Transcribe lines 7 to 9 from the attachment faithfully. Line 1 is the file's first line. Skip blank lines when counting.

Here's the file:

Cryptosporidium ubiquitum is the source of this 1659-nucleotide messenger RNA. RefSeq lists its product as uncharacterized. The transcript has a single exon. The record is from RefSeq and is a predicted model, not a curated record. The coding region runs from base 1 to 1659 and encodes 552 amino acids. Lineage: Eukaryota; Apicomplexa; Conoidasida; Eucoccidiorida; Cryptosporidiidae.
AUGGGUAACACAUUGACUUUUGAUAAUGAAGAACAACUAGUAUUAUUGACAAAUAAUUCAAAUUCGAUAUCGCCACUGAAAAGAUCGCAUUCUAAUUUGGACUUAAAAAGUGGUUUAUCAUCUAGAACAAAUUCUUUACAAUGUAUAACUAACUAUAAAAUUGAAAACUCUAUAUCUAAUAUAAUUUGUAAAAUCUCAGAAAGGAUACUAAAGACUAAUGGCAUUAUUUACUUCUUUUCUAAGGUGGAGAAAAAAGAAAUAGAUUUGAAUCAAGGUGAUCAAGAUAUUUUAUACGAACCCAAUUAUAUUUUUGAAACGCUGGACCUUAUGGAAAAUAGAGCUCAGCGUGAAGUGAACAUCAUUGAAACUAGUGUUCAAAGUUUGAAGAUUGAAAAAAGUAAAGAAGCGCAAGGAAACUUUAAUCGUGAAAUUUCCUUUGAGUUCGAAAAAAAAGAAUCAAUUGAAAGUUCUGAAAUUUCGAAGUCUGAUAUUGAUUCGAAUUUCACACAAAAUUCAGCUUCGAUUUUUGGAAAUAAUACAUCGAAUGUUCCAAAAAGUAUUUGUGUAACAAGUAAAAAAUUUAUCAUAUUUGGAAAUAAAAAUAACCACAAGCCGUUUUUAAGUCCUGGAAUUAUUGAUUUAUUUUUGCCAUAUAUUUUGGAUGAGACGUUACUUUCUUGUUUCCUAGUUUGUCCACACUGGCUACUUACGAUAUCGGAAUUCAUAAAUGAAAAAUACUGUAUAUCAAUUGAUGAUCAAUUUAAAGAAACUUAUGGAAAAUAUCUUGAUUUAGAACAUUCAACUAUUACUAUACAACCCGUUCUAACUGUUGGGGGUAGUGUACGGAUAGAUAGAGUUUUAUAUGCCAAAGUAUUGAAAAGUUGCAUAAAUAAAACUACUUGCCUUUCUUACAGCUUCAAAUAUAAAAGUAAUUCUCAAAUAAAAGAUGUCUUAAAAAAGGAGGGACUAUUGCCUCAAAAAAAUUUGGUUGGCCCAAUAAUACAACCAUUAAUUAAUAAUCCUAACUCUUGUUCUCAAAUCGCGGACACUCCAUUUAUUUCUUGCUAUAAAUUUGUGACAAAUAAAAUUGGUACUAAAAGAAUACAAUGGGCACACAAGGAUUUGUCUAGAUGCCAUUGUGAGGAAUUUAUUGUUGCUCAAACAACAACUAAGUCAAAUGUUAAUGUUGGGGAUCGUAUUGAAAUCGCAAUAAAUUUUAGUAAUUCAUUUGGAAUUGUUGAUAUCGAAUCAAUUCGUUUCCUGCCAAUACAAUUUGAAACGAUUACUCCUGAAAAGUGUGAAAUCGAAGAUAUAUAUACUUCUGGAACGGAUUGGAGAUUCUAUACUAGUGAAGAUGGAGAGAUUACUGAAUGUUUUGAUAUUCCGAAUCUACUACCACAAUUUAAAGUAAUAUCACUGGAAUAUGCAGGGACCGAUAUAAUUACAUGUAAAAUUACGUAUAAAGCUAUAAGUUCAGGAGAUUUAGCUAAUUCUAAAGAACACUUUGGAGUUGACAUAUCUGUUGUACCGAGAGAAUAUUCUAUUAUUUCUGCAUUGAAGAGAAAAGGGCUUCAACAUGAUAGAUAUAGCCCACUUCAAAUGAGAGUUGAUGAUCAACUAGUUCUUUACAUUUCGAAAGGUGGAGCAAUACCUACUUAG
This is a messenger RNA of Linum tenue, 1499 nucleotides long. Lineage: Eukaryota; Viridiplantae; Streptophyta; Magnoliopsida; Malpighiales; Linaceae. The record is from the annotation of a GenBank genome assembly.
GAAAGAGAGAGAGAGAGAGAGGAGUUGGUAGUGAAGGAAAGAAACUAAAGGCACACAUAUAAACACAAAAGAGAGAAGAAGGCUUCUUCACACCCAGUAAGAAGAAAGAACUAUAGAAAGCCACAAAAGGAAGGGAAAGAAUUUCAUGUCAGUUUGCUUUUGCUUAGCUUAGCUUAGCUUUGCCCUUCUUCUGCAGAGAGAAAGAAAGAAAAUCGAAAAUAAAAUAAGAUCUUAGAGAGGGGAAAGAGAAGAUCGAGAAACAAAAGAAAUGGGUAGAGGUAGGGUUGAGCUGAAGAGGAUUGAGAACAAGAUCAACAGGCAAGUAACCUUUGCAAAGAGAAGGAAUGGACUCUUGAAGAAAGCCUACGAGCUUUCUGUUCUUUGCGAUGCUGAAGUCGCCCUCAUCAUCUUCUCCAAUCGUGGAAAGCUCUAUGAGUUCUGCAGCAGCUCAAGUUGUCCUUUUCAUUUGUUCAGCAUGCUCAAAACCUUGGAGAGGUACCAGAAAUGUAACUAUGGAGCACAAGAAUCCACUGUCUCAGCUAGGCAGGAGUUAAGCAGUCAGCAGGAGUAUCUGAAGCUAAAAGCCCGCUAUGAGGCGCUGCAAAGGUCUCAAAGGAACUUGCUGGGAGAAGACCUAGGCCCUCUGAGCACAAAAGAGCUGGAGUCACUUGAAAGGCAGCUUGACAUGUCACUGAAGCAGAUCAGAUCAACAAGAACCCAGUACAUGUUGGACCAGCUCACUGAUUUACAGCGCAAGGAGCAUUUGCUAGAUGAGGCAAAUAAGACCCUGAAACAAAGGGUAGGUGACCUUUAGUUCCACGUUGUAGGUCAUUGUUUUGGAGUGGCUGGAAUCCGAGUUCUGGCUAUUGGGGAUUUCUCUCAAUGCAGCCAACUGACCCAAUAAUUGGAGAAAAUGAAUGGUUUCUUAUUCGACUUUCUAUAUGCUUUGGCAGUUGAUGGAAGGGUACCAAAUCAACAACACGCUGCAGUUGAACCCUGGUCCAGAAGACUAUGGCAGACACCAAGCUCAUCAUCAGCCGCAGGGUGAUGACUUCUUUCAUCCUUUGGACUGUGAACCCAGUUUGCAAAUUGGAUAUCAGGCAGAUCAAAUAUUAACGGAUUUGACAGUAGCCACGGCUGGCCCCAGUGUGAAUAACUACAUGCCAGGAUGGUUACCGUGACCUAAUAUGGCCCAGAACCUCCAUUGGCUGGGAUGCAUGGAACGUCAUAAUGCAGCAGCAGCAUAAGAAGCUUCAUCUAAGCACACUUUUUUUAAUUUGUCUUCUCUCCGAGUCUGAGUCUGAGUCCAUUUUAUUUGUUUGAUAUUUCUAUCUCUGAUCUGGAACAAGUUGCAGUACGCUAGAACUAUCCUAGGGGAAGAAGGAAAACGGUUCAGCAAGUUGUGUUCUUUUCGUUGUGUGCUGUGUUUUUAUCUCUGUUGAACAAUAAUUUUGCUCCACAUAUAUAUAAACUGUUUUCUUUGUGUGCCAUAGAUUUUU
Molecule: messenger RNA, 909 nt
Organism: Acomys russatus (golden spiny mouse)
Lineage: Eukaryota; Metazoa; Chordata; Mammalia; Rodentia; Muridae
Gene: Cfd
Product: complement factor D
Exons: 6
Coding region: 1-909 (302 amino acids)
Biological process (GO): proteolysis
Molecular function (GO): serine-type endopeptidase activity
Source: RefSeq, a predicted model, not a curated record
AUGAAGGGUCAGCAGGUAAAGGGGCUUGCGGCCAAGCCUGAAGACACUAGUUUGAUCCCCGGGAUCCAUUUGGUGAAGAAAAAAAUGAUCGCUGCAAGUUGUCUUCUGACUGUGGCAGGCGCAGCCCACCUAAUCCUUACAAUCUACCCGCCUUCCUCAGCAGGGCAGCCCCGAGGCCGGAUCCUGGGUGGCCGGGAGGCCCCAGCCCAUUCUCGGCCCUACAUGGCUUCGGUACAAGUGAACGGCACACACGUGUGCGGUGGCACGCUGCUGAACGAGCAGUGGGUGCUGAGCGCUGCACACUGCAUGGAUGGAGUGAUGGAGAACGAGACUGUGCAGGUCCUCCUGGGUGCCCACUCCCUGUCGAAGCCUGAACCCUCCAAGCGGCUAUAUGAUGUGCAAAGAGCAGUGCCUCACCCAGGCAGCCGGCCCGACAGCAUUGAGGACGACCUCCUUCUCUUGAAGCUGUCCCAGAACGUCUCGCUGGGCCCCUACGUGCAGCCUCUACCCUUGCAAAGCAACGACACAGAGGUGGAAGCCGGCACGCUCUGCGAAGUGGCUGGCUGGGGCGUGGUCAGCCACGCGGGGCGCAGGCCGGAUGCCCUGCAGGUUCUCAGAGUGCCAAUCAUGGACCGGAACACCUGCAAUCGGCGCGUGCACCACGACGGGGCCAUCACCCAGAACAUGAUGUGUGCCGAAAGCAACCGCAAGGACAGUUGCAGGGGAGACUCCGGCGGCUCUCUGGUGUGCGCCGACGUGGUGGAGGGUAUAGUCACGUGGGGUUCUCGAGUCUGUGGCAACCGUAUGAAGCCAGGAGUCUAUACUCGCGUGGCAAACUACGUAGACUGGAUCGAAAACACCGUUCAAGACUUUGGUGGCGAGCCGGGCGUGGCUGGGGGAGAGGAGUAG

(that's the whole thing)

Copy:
Lineage: Eukaryota; Metazoa; Chordata; Mammalia; Rodentia; Muridae
Gene: Cfd
Product: complement factor D